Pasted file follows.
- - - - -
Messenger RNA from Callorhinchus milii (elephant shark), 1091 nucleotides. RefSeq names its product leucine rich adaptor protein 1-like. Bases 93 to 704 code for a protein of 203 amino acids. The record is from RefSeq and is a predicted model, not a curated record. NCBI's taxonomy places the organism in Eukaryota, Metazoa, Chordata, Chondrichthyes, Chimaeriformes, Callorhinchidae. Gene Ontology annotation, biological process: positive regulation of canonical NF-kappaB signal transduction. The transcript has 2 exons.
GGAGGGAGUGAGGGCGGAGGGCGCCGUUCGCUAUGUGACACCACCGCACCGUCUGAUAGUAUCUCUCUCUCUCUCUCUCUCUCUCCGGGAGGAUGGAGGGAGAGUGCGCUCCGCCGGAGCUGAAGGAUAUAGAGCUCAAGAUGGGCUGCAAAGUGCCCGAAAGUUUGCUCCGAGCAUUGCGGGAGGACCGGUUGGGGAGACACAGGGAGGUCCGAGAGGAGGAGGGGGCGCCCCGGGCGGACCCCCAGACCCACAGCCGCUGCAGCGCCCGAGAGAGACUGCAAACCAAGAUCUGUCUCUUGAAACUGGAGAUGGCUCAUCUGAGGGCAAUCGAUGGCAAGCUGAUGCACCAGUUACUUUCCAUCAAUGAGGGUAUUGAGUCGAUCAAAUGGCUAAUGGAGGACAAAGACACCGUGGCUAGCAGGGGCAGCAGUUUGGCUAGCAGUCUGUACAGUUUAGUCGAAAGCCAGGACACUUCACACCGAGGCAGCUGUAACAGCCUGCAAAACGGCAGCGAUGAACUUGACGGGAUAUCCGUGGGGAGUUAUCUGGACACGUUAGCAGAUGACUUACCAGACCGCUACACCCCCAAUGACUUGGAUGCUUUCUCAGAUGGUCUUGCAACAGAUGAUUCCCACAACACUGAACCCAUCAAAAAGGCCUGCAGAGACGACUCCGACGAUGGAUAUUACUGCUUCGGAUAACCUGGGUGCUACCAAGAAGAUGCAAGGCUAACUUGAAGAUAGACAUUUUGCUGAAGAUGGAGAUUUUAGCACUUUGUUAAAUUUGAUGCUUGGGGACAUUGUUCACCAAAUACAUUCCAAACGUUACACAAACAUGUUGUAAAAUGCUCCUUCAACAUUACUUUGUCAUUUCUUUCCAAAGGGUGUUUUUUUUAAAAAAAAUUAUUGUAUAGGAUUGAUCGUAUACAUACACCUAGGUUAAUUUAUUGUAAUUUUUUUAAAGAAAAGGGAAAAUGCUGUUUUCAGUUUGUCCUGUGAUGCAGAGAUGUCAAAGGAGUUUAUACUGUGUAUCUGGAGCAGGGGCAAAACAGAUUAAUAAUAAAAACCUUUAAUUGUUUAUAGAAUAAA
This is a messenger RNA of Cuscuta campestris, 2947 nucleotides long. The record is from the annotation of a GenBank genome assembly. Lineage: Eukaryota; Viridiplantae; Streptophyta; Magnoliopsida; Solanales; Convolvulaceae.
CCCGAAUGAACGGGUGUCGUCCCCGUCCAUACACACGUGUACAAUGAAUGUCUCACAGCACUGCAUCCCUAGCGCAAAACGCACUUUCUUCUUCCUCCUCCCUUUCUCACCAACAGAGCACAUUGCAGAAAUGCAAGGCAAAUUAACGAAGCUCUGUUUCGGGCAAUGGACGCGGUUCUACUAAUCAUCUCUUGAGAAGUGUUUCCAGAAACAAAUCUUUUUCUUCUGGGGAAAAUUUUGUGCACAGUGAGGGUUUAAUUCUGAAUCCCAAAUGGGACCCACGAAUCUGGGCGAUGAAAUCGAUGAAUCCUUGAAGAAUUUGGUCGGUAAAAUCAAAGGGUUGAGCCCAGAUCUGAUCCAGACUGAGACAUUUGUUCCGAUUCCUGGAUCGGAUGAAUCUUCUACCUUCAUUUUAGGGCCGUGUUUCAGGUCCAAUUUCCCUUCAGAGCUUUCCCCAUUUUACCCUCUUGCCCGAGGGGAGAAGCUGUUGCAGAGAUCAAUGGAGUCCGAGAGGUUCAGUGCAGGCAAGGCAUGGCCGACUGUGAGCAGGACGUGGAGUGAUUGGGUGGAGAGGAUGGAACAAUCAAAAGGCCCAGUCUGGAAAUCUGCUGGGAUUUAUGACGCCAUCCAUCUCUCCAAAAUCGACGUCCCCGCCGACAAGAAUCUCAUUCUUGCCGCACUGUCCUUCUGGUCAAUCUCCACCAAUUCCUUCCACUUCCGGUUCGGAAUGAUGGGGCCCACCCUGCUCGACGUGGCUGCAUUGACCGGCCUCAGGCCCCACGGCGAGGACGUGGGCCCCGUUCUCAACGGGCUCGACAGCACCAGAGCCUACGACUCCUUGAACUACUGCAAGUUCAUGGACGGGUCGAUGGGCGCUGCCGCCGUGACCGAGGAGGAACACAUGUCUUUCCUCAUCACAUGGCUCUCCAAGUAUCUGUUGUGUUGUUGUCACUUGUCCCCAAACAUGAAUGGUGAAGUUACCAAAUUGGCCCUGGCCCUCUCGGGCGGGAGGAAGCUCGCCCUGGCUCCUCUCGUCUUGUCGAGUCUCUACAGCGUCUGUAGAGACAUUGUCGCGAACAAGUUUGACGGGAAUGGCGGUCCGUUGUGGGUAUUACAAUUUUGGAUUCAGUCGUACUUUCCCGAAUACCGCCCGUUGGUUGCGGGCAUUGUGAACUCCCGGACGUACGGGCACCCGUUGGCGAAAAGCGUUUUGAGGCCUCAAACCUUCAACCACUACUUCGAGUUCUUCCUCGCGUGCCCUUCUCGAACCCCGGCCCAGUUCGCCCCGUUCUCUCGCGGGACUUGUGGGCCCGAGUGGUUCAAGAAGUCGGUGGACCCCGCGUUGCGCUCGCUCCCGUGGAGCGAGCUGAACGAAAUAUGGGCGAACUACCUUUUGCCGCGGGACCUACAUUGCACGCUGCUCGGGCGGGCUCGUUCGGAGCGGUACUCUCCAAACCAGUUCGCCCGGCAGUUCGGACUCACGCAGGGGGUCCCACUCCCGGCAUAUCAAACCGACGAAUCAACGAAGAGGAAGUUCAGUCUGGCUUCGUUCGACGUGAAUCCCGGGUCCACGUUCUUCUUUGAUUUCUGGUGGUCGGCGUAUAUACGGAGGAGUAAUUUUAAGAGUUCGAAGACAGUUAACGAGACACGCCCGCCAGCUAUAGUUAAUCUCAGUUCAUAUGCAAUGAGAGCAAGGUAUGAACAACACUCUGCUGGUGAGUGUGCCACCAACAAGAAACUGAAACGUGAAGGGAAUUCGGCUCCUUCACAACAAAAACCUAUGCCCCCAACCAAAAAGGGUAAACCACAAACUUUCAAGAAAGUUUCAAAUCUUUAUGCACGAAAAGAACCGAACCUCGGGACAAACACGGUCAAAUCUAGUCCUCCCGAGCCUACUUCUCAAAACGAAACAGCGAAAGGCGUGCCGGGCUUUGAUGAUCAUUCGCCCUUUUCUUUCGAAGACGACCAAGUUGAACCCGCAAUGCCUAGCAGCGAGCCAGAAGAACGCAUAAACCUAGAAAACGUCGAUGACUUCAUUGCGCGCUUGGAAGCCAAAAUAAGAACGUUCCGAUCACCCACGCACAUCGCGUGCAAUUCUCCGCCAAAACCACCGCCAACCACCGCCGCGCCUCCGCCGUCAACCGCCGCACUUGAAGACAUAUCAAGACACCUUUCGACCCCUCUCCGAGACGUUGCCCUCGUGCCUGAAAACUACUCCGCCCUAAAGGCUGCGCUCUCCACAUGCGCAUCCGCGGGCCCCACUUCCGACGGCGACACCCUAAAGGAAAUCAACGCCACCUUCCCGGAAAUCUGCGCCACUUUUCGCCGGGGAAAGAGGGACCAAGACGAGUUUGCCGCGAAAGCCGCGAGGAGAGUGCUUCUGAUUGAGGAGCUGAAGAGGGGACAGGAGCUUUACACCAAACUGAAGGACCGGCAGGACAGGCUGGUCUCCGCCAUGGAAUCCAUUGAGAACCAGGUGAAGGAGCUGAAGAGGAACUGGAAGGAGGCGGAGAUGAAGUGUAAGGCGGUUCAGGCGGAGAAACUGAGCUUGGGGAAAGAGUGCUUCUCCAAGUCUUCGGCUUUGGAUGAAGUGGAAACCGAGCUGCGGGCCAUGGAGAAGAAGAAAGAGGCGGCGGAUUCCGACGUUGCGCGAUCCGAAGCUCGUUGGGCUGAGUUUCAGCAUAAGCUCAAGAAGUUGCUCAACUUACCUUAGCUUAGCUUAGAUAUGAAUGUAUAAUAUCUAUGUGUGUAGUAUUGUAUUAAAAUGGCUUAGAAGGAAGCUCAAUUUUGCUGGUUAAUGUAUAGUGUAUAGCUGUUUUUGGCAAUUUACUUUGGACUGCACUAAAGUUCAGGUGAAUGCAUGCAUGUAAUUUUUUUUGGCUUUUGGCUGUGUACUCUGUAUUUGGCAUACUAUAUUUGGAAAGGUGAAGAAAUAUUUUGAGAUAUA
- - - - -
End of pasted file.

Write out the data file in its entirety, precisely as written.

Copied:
Messenger RNA from Callorhinchus milii (elephant shark), 1091 nucleotides. RefSeq names its product leucine rich adaptor protein 1-like. Bases 93 to 704 code for a protein of 203 amino acids. The record is from RefSeq and is a predicted model, not a curated record. NCBI's taxonomy places the organism in Eukaryota, Metazoa, Chordata, Chondrichthyes, Chimaeriformes, Callorhinchidae. Gene Ontology annotation, biological process: positive regulation of canonical NF-kappaB signal transduction. The transcript has 2 exons.
GGAGGGAGUGAGGGCGGAGGGCGCCGUUCGCUAUGUGACACCACCGCACCGUCUGAUAGUAUCUCUCUCUCUCUCUCUCUCUCUCCGGGAGGAUGGAGGGAGAGUGCGCUCCGCCGGAGCUGAAGGAUAUAGAGCUCAAGAUGGGCUGCAAAGUGCCCGAAAGUUUGCUCCGAGCAUUGCGGGAGGACCGGUUGGGGAGACACAGGGAGGUCCGAGAGGAGGAGGGGGCGCCCCGGGCGGACCCCCAGACCCACAGCCGCUGCAGCGCCCGAGAGAGACUGCAAACCAAGAUCUGUCUCUUGAAACUGGAGAUGGCUCAUCUGAGGGCAAUCGAUGGCAAGCUGAUGCACCAGUUACUUUCCAUCAAUGAGGGUAUUGAGUCGAUCAAAUGGCUAAUGGAGGACAAAGACACCGUGGCUAGCAGGGGCAGCAGUUUGGCUAGCAGUCUGUACAGUUUAGUCGAAAGCCAGGACACUUCACACCGAGGCAGCUGUAACAGCCUGCAAAACGGCAGCGAUGAACUUGACGGGAUAUCCGUGGGGAGUUAUCUGGACACGUUAGCAGAUGACUUACCAGACCGCUACACCCCCAAUGACUUGGAUGCUUUCUCAGAUGGUCUUGCAACAGAUGAUUCCCACAACACUGAACCCAUCAAAAAGGCCUGCAGAGACGACUCCGACGAUGGAUAUUACUGCUUCGGAUAACCUGGGUGCUACCAAGAAGAUGCAAGGCUAACUUGAAGAUAGACAUUUUGCUGAAGAUGGAGAUUUUAGCACUUUGUUAAAUUUGAUGCUUGGGGACAUUGUUCACCAAAUACAUUCCAAACGUUACACAAACAUGUUGUAAAAUGCUCCUUCAACAUUACUUUGUCAUUUCUUUCCAAAGGGUGUUUUUUUUAAAAAAAAUUAUUGUAUAGGAUUGAUCGUAUACAUACACCUAGGUUAAUUUAUUGUAAUUUUUUUAAAGAAAAGGGAAAAUGCUGUUUUCAGUUUGUCCUGUGAUGCAGAGAUGUCAAAGGAGUUUAUACUGUGUAUCUGGAGCAGGGGCAAAACAGAUUAAUAAUAAAAACCUUUAAUUGUUUAUAGAAUAAA
This is a messenger RNA of Cuscuta campestris, 2947 nucleotides long. The record is from the annotation of a GenBank genome assembly. Lineage: Eukaryota; Viridiplantae; Streptophyta; Magnoliopsida; Solanales; Convolvulaceae.
CCCGAAUGAACGGGUGUCGUCCCCGUCCAUACACACGUGUACAAUGAAUGUCUCACAGCACUGCAUCCCUAGCGCAAAACGCACUUUCUUCUUCCUCCUCCCUUUCUCACCAACAGAGCACAUUGCAGAAAUGCAAGGCAAAUUAACGAAGCUCUGUUUCGGGCAAUGGACGCGGUUCUACUAAUCAUCUCUUGAGAAGUGUUUCCAGAAACAAAUCUUUUUCUUCUGGGGAAAAUUUUGUGCACAGUGAGGGUUUAAUUCUGAAUCCCAAAUGGGACCCACGAAUCUGGGCGAUGAAAUCGAUGAAUCCUUGAAGAAUUUGGUCGGUAAAAUCAAAGGGUUGAGCCCAGAUCUGAUCCAGACUGAGACAUUUGUUCCGAUUCCUGGAUCGGAUGAAUCUUCUACCUUCAUUUUAGGGCCGUGUUUCAGGUCCAAUUUCCCUUCAGAGCUUUCCCCAUUUUACCCUCUUGCCCGAGGGGAGAAGCUGUUGCAGAGAUCAAUGGAGUCCGAGAGGUUCAGUGCAGGCAAGGCAUGGCCGACUGUGAGCAGGACGUGGAGUGAUUGGGUGGAGAGGAUGGAACAAUCAAAAGGCCCAGUCUGGAAAUCUGCUGGGAUUUAUGACGCCAUCCAUCUCUCCAAAAUCGACGUCCCCGCCGACAAGAAUCUCAUUCUUGCCGCACUGUCCUUCUGGUCAAUCUCCACCAAUUCCUUCCACUUCCGGUUCGGAAUGAUGGGGCCCACCCUGCUCGACGUGGCUGCAUUGACCGGCCUCAGGCCCCACGGCGAGGACGUGGGCCCCGUUCUCAACGGGCUCGACAGCACCAGAGCCUACGACUCCUUGAACUACUGCAAGUUCAUGGACGGGUCGAUGGGCGCUGCCGCCGUGACCGAGGAGGAACACAUGUCUUUCCUCAUCACAUGGCUCUCCAAGUAUCUGUUGUGUUGUUGUCACUUGUCCCCAAACAUGAAUGGUGAAGUUACCAAAUUGGCCCUGGCCCUCUCGGGCGGGAGGAAGCUCGCCCUGGCUCCUCUCGUCUUGUCGAGUCUCUACAGCGUCUGUAGAGACAUUGUCGCGAACAAGUUUGACGGGAAUGGCGGUCCGUUGUGGGUAUUACAAUUUUGGAUUCAGUCGUACUUUCCCGAAUACCGCCCGUUGGUUGCGGGCAUUGUGAACUCCCGGACGUACGGGCACCCGUUGGCGAAAAGCGUUUUGAGGCCUCAAACCUUCAACCACUACUUCGAGUUCUUCCUCGCGUGCCCUUCUCGAACCCCGGCCCAGUUCGCCCCGUUCUCUCGCGGGACUUGUGGGCCCGAGUGGUUCAAGAAGUCGGUGGACCCCGCGUUGCGCUCGCUCCCGUGGAGCGAGCUGAACGAAAUAUGGGCGAACUACCUUUUGCCGCGGGACCUACAUUGCACGCUGCUCGGGCGGGCUCGUUCGGAGCGGUACUCUCCAAACCAGUUCGCCCGGCAGUUCGGACUCACGCAGGGGGUCCCACUCCCGGCAUAUCAAACCGACGAAUCAACGAAGAGGAAGUUCAGUCUGGCUUCGUUCGACGUGAAUCCCGGGUCCACGUUCUUCUUUGAUUUCUGGUGGUCGGCGUAUAUACGGAGGAGUAAUUUUAAGAGUUCGAAGACAGUUAACGAGACACGCCCGCCAGCUAUAGUUAAUCUCAGUUCAUAUGCAAUGAGAGCAAGGUAUGAACAACACUCUGCUGGUGAGUGUGCCACCAACAAGAAACUGAAACGUGAAGGGAAUUCGGCUCCUUCACAACAAAAACCUAUGCCCCCAACCAAAAAGGGUAAACCACAAACUUUCAAGAAAGUUUCAAAUCUUUAUGCACGAAAAGAACCGAACCUCGGGACAAACACGGUCAAAUCUAGUCCUCCCGAGCCUACUUCUCAAAACGAAACAGCGAAAGGCGUGCCGGGCUUUGAUGAUCAUUCGCCCUUUUCUUUCGAAGACGACCAAGUUGAACCCGCAAUGCCUAGCAGCGAGCCAGAAGAACGCAUAAACCUAGAAAACGUCGAUGACUUCAUUGCGCGCUUGGAAGCCAAAAUAAGAACGUUCCGAUCACCCACGCACAUCGCGUGCAAUUCUCCGCCAAAACCACCGCCAACCACCGCCGCGCCUCCGCCGUCAACCGCCGCACUUGAAGACAUAUCAAGACACCUUUCGACCCCUCUCCGAGACGUUGCCCUCGUGCCUGAAAACUACUCCGCCCUAAAGGCUGCGCUCUCCACAUGCGCAUCCGCGGGCCCCACUUCCGACGGCGACACCCUAAAGGAAAUCAACGCCACCUUCCCGGAAAUCUGCGCCACUUUUCGCCGGGGAAAGAGGGACCAAGACGAGUUUGCCGCGAAAGCCGCGAGGAGAGUGCUUCUGAUUGAGGAGCUGAAGAGGGGACAGGAGCUUUACACCAAACUGAAGGACCGGCAGGACAGGCUGGUCUCCGCCAUGGAAUCCAUUGAGAACCAGGUGAAGGAGCUGAAGAGGAACUGGAAGGAGGCGGAGAUGAAGUGUAAGGCGGUUCAGGCGGAGAAACUGAGCUUGGGGAAAGAGUGCUUCUCCAAGUCUUCGGCUUUGGAUGAAGUGGAAACCGAGCUGCGGGCCAUGGAGAAGAAGAAAGAGGCGGCGGAUUCCGACGUUGCGCGAUCCGAAGCUCGUUGGGCUGAGUUUCAGCAUAAGCUCAAGAAGUUGCUCAACUUACCUUAGCUUAGCUUAGAUAUGAAUGUAUAAUAUCUAUGUGUGUAGUAUUGUAUUAAAAUGGCUUAGAAGGAAGCUCAAUUUUGCUGGUUAAUGUAUAGUGUAUAGCUGUUUUUGGCAAUUUACUUUGGACUGCACUAAAGUUCAGGUGAAUGCAUGCAUGUAAUUUUUUUUGGCUUUUGGCUGUGUACUCUGUAUUUGGCAUACUAUAUUUGGAAAGGUGAAGAAAUAUUUUGAGAUAUA